Bernards R, Brummelkamp TR, Beijersbergen RL: shRNA libraries and their use in cancer genetics. Nat Methods. 2006, 3 (9): 701-706. 10.1038/nmeth921
Guo Q, Kong Y, Fu L, Yu T, Xu J, Chen W: A randomized lentivirus shRNA library construction. Biochem Biophys Res Commun. 2007, 358 (1): 272-276. 10.1016/j.bbrc.2007.04.123
Mizuguchi H, Funakoshi N, Hosono T, Sakurai F, Kawabata K, Yamaguchi T, Hayakawa T: Rapid construction of small interfering RNA-expressing adenoviral vectors on the basis of direct cloning of short hairpin RNA-coding DNAs. Hum Gene Ther. 2007, 18 (1): 74-80. 10.1089/hum.2006.129
Gur'ianova OA, Makhanov M, Chenchik AA, Chumakov PM, Frolova EI: [Genome-wide lentivector-based pooled shRNA library optimization]. Mol Biol (Mosk). 2006, 40 (3): 448-459.
Hoyer D: RNA interference for studying the molecular basis of neuropsychiatric disorders. Curr Opin Drug Discov Devel. 2007, 10 (2): 122-129.
Paddison PJ, Silva JM, Conklin DS, Schlabach M, Li M, Aruleba S, Balija V, O'Shaughnessy A, Gnoj L, Scobie K, Chang K, Westbrook T, Cleary M, Sachidanandam R, McCombie WR, Elledge SJ, Hannon GJ: A resource for large-scale RNA-interference-based screens in mammals. Nature. 2004, 428 (6981): 427-431. 10.1038/nature02370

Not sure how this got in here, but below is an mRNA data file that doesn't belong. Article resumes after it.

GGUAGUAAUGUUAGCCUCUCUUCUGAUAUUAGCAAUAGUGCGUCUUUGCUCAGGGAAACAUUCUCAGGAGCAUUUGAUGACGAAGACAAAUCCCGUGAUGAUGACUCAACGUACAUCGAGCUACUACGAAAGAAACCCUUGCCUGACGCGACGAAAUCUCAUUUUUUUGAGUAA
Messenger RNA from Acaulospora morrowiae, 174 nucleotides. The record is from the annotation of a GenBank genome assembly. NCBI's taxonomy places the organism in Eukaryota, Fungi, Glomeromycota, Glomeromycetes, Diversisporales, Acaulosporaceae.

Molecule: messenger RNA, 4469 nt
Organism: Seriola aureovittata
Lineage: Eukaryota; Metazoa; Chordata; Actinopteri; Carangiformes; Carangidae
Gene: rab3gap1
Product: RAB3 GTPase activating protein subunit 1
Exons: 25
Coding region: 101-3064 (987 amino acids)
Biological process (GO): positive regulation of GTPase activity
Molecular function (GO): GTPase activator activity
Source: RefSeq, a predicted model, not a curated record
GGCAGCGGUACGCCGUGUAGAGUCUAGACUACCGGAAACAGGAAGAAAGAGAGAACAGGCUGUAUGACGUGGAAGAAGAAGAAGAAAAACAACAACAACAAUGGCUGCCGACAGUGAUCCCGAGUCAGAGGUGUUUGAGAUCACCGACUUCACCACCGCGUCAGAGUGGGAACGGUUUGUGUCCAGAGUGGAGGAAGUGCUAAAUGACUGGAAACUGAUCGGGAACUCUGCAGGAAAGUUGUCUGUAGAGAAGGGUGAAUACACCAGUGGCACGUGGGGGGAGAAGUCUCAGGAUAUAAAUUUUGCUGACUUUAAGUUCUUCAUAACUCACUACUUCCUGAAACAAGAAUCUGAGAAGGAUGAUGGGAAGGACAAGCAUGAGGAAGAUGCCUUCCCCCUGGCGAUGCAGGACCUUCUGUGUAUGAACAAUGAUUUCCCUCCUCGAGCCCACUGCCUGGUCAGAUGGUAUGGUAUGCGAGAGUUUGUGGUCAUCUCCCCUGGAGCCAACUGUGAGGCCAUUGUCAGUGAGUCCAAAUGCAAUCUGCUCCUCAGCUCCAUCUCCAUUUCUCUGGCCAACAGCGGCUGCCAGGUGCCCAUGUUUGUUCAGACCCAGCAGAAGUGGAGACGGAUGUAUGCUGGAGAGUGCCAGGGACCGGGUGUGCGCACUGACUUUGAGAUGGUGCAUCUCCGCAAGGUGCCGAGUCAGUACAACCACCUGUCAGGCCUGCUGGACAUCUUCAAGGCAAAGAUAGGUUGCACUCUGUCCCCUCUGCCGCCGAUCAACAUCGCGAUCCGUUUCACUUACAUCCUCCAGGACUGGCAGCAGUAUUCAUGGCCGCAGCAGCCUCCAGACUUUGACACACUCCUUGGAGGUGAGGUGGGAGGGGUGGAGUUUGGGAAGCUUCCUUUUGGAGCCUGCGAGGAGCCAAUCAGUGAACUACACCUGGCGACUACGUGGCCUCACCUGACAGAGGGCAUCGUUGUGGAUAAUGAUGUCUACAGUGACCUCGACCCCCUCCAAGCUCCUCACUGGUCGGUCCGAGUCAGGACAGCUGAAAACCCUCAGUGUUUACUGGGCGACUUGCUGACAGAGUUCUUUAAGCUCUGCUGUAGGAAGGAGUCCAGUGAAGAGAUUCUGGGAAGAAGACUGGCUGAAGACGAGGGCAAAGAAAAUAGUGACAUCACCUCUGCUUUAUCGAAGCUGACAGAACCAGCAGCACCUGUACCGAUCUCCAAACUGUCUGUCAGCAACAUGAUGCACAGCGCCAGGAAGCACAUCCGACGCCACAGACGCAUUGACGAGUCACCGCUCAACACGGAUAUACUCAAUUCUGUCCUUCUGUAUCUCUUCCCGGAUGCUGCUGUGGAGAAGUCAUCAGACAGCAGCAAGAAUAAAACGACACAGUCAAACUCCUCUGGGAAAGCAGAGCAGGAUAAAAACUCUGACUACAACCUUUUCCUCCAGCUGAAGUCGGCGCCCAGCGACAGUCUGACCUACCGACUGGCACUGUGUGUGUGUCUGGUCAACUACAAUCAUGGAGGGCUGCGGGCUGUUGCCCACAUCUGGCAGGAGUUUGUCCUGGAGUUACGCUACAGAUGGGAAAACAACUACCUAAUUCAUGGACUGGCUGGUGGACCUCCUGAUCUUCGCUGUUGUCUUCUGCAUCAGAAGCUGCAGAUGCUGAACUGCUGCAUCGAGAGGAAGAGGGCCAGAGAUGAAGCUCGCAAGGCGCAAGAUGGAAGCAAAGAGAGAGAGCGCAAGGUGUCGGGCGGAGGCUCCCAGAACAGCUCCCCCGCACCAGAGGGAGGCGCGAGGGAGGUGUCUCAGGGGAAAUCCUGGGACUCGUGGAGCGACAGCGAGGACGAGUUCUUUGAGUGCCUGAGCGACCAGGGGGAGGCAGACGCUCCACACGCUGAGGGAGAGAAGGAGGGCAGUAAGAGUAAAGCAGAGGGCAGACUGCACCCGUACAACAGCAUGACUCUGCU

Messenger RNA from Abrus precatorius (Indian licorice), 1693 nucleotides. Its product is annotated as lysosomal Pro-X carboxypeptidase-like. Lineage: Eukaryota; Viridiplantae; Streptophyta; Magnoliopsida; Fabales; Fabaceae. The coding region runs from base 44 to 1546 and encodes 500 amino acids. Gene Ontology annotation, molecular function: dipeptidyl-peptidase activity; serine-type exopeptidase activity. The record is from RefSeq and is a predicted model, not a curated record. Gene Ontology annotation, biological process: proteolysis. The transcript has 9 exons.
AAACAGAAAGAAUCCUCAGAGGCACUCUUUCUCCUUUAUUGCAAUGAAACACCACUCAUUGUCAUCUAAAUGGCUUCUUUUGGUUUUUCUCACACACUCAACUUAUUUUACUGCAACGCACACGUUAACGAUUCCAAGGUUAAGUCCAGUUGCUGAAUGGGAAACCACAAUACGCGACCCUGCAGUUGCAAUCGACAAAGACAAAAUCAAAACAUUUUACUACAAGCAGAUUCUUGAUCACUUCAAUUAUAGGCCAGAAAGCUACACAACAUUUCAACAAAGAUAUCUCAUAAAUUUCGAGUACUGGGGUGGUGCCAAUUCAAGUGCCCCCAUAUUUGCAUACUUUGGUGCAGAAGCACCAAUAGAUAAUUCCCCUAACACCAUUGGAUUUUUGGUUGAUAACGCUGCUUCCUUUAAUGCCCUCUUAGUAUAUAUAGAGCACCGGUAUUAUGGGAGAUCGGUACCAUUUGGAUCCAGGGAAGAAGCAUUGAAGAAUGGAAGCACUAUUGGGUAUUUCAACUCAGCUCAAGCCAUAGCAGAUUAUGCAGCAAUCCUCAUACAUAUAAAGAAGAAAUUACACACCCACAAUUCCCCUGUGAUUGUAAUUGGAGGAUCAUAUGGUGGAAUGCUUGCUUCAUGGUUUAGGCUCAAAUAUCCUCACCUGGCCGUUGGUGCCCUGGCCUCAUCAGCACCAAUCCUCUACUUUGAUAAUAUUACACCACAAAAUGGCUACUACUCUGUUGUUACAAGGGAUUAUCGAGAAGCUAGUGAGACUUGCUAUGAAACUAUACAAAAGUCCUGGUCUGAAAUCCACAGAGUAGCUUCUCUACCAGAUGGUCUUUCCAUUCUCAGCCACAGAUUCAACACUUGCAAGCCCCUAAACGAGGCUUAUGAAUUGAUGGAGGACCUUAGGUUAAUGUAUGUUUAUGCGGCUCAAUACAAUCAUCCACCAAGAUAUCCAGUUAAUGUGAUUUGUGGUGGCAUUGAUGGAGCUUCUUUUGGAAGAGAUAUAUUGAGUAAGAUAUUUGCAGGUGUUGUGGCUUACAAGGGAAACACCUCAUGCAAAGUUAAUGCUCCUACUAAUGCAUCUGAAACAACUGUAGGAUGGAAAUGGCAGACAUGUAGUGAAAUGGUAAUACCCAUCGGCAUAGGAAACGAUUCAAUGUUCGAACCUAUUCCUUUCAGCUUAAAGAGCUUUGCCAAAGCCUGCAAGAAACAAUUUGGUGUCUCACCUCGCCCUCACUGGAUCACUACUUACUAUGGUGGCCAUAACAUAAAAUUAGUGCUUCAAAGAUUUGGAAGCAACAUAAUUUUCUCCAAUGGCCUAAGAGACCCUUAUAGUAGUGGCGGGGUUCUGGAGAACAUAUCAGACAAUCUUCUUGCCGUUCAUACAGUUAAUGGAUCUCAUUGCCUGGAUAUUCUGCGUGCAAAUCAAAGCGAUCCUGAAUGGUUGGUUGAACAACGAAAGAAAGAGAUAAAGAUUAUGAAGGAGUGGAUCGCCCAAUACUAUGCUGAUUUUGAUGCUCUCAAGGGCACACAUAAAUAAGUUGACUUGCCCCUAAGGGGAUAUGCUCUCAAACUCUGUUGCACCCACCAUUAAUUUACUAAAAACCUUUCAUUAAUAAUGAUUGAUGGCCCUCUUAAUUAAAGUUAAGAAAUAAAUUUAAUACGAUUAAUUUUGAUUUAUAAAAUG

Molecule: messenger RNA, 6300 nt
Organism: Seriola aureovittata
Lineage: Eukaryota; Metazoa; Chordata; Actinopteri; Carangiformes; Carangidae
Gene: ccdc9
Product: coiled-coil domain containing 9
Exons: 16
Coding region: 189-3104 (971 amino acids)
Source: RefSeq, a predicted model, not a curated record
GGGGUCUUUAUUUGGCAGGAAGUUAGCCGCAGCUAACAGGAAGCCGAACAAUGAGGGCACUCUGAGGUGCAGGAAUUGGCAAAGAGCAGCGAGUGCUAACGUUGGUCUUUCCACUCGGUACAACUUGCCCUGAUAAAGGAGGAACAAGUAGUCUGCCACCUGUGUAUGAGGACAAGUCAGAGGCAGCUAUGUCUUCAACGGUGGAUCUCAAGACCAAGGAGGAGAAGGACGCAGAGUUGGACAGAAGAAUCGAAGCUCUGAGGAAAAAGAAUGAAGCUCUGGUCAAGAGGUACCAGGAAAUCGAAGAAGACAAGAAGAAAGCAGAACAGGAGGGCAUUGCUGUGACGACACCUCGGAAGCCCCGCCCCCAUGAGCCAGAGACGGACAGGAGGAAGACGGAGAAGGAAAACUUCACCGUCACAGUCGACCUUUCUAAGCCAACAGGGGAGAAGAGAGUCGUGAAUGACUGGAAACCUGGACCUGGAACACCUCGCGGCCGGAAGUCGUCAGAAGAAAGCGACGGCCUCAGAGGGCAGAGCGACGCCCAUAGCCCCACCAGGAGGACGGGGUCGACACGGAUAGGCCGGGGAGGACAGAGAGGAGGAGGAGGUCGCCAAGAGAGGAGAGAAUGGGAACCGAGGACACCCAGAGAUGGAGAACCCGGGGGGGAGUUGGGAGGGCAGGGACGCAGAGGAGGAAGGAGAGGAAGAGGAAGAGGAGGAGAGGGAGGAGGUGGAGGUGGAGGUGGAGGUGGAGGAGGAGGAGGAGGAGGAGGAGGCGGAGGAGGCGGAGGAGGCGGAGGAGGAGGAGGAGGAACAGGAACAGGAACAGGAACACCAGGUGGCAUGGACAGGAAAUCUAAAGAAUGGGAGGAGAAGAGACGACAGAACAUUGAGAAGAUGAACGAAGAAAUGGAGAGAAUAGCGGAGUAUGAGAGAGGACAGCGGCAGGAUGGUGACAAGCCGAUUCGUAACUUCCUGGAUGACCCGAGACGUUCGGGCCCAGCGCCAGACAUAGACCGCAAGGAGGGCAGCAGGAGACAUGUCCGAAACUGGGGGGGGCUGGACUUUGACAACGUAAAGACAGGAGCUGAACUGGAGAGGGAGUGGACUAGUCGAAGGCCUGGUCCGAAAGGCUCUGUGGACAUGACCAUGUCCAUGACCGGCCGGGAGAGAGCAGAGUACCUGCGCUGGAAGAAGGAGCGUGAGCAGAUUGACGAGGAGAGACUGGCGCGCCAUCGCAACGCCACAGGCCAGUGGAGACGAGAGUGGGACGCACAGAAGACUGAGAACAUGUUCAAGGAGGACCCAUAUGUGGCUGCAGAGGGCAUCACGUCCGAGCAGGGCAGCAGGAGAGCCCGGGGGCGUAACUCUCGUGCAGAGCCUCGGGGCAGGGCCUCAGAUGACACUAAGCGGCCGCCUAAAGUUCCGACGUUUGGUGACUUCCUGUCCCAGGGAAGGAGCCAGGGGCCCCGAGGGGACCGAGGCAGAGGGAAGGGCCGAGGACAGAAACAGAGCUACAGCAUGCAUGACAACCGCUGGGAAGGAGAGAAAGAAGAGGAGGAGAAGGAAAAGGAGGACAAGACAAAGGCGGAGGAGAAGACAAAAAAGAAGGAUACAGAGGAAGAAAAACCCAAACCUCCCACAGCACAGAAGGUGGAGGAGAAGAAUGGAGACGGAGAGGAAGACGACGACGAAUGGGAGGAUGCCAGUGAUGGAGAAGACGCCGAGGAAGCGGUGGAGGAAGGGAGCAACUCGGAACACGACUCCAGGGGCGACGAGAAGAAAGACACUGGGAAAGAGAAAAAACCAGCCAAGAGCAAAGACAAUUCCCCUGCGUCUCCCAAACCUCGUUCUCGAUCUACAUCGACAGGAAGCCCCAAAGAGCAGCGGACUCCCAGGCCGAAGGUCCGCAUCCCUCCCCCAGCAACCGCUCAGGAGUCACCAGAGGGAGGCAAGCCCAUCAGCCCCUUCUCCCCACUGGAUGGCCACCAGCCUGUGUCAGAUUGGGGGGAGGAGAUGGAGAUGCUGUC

Subramanian A, Tamayo P, Mootha VK, Mukherjee S, Ebert BL, Gillette MA, Paulovich A, Pomeroy SL, Golub TR, Lander ES, Mesirov JP: Gene set enrichment analysis: a knowledge-based approach for interpreting genome-wide expression profiles. Proc Natl Acad Sci U S A. 2005, 102 (43): 15545-15550. 10.1073/pnas.0506580102
Falcon S, Gentleman R: Using GOstats to test gene lists for GO term association. Bioinformatics. 2007, 23 (2): 257-258. 10.1093/bioinformatics/btl567
Sharan R, Ideker T: Modeling cellular machinery through biological network comparison. Nat Biotechnol. 2006, 24 (4): 427-433. 10.1038/nbt1196
Lewis JM, Baskaran R, Taagepera S, Schwartz MA, Wang JY: Integrin regulation of c-Abl tyrosine kinase activity and cytoplasmic-nuclear transport. Proc Natl Acad Sci U S A. 1996, 93 (26): 15174-15179. 10.1073/pnas.93.26.15174
Gong JG, Costanzo A, Yang HQ, Melino G, Kaelin WG, Levrero M, Wang JY: The tyrosine kinase c-Abl regulates p73 in apoptotic response to cisplatin-induced DNA damage. Nature. 1999, 399 (6738): 806-809. 10.1038/21690
Agami R, Blandino G, Oren M, Shaul Y: Interaction of c-Abl and p73alpha and their collaboration to induce apoptosis. Nature. 1999, 399 (6738): 809-813. 10.1038/21697
Yuan ZM, Shioya H, Ishiko T, Sun X, Gu J, Huang YY, Lu H, Kharbanda S, Weichselbaum R, Kufe D: p73 is regulated by tyrosine kinase c-Abl in the apoptotic response to DNA damage. Nature. 1999, 399 (6738): 814-817. 10.1038/21704
Preyer M, Shu CW, Wang JY: Delayed activation of Bax by DNA damage in embryonic stem cells with knock-in mutations of the Abl nuclear localization signals. Cell Death Differ. 2007, 14 (6): 1139-1148. 10.1038/sj.cdd.4402119
Woodring PJ, Hunter T, Wang JY: Regulation of F-actin-dependent processes by the Abl family of tyrosine kinases. J Cell Sci. 2003, 116 (Pt 13): 2613-2626. 10.1242/jcs.00622